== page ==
We've been discussing what the groomsmen should wear now that my bridesmaids' attire is all figured out, and I've been taking the approach of "it's your decision, honey", but last night when it came up, my fiance suggested we let the guys wear whatever they want and that just can be dangerous...

So this morning an idea hit me:

My text: "Had a vision for our wedding. You in light gray, the boys in black, and my girls in dark gray".

His response: "Grayt"

I chuckled to myself on Spring Street.

June 22, 2009

Top Ten DC-isms That Don’t Fly in Manhattan – Part 1

I was reminded of all the quirks that make Washington, DC so much different than New York City while spending this past weekend in the District, where I lived for nearly four years after college. I’m not trying to be all snobby and list reasons why living in Manhattan is better than living in DC because that’s not the case, but I do want to point out some cultural differences. Here’s the first installment of DC-isms I was confronted with/reminded of this weekend:

10. The Crosswalk Countdown Timer

Instead of relying on a flashing red hand or a little blue walking man to signify that it’s okay to cross the street, DC street signals actually tell pedestrians how much walking time remains until the light changes. This is such a great example of how orderly that city is. They also force to rely on their anal infrastructure because when the countdown clock hits 0 seconds the light changes immediately for on-coming traffic. There is no wiggle room for rule-bending. This nearly killed me when I first got to town because I thought it was counting down your time to START walking, not FINISH, so I once casually started crossing a busy street with 4 seconds left…not smart.

Here in New York, everyone knows that the red hand stops blinking when the cars with the right of way get the Yellow light, so you still have a good 2.5 seconds to rush across the street before the cars piling up get the Green light. New Yorkers don’t obey pedestrian signs anyways so it would never be worth the money to upgrade the signal system to the more luxurious and pedestrian-friendly countdown clock. Everyone stands 8 feet into traffic anyways waiting for a gap in cars to rush across the street. It’s like a contest at the crosswalk: Who’s the most daring New Yorker, willing to walk the farthest into the bus lane. Only tourists stand on the curb waiting for the lights to change.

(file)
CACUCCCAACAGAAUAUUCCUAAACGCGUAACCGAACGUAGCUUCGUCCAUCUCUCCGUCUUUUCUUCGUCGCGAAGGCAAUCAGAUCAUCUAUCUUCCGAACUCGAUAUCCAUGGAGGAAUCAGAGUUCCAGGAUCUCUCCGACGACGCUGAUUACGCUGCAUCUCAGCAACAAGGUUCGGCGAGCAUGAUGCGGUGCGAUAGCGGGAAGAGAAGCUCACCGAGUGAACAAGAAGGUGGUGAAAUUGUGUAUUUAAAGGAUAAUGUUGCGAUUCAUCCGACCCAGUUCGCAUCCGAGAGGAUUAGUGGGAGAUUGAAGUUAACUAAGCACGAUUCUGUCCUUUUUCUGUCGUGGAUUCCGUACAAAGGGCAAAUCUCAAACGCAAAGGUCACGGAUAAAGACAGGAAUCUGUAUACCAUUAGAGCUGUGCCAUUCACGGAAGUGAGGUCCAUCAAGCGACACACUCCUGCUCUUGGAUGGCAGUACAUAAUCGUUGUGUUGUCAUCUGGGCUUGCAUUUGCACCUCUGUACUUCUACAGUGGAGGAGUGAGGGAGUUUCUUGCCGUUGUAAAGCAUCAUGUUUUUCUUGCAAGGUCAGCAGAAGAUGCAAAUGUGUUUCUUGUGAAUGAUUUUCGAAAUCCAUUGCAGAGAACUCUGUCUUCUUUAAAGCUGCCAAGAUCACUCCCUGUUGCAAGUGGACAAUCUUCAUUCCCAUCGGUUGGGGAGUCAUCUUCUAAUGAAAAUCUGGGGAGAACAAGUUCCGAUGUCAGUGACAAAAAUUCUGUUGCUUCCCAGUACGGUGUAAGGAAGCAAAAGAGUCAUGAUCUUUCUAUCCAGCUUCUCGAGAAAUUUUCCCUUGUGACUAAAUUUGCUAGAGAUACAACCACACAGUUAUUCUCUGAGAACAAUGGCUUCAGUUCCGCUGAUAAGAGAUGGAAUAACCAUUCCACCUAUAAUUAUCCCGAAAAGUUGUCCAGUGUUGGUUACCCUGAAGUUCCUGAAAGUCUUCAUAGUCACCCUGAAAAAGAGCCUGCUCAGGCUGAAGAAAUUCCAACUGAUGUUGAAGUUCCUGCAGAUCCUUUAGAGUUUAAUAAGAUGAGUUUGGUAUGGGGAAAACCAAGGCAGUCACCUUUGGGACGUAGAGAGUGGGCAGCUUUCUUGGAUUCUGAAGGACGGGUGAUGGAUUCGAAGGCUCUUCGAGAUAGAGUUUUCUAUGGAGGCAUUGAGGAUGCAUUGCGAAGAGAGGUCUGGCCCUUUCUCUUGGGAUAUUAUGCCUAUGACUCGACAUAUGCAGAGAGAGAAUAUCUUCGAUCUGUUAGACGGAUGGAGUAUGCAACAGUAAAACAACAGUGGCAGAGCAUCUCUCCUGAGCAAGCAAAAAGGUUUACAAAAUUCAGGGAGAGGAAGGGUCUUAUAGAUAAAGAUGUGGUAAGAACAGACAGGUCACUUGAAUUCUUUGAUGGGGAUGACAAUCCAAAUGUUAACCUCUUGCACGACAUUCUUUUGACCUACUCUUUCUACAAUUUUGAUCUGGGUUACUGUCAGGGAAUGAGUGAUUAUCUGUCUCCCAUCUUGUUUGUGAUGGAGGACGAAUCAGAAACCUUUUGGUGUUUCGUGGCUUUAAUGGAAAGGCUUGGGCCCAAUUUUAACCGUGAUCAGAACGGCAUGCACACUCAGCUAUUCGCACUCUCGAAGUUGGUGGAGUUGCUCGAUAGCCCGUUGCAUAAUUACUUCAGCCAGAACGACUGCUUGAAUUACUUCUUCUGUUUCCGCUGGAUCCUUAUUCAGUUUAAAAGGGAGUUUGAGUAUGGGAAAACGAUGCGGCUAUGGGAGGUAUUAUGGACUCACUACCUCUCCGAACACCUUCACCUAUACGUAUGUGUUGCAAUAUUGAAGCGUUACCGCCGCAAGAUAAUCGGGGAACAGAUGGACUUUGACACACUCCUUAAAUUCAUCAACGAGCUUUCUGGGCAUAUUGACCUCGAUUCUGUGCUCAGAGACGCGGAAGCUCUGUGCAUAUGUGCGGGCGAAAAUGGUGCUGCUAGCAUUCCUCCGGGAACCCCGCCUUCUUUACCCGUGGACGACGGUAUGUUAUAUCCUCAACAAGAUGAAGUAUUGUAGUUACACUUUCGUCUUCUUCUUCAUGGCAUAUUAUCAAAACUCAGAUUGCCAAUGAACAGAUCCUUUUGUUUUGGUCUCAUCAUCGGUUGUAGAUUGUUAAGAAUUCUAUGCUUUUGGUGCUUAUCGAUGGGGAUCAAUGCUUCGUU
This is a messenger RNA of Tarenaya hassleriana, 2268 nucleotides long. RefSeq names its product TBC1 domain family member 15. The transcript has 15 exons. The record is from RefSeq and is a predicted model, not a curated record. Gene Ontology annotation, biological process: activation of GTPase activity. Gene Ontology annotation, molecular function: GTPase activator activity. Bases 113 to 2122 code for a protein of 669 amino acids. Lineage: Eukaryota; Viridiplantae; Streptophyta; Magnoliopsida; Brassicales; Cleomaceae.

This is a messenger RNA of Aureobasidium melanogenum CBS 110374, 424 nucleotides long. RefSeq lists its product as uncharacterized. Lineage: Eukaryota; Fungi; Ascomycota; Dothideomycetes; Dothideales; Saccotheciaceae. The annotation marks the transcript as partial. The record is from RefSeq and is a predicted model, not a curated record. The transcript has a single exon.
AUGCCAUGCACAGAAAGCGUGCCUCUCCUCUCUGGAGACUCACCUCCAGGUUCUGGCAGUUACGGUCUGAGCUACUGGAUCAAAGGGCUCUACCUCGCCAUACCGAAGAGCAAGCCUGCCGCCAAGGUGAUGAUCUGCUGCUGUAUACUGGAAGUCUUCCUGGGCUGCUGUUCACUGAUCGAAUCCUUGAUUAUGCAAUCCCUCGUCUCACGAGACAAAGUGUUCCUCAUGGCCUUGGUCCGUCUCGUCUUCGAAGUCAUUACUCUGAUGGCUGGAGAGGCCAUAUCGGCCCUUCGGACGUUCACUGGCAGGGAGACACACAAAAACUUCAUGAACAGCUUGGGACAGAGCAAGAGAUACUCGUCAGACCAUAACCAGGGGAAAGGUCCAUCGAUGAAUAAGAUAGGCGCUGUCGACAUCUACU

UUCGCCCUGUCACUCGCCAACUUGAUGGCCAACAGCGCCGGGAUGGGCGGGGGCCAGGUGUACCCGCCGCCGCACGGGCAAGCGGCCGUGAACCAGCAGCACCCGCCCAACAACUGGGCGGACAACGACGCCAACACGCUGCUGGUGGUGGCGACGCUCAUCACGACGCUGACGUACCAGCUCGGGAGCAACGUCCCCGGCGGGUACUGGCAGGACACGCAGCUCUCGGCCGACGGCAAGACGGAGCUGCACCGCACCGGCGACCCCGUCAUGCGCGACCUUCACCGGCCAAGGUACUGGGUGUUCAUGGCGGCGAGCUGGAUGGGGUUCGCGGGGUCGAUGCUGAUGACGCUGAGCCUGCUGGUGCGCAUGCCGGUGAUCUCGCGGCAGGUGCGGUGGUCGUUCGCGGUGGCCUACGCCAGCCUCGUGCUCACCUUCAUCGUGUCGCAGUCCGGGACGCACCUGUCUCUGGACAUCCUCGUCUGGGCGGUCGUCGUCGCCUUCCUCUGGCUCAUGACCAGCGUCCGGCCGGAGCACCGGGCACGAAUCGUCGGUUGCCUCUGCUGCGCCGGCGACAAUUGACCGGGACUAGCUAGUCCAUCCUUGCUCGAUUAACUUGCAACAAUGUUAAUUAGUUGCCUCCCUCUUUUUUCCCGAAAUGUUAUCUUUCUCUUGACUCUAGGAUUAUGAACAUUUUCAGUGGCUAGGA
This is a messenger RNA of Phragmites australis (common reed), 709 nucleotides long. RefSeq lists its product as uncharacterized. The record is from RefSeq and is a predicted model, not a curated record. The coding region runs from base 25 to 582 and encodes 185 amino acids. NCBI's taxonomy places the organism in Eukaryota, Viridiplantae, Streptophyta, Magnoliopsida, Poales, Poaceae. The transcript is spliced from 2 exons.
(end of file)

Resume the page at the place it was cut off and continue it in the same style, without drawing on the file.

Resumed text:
9. The Definition of

Maybe I’m just being naïve, but when I think of New York neighborhoods undergoing gentrification with the addition of rich young professionals flocking to new sparkling condos, the original neighborhood infrastructure was fairly okay to begin with...that’s why the place was chosen to gentrify—since small improvements could be the tipping point for convincing the white bread, middle class to move in. When my friend Carrie lived up on Malcom X Blvd and 129th Street in Harlem, sure there was some crime, but the brownstones were nice, and there were normal neighborhood functional amenities like Laundromats and bodegas already there, so when the sprawling Mormon Church and subsequent Condos were built, sure they were “nicer” than the rest of the neighborhood, but they didn’t BECOME the neighborhood. They fit into the neighborhood.

This weekend, I visited a friend of a friend’s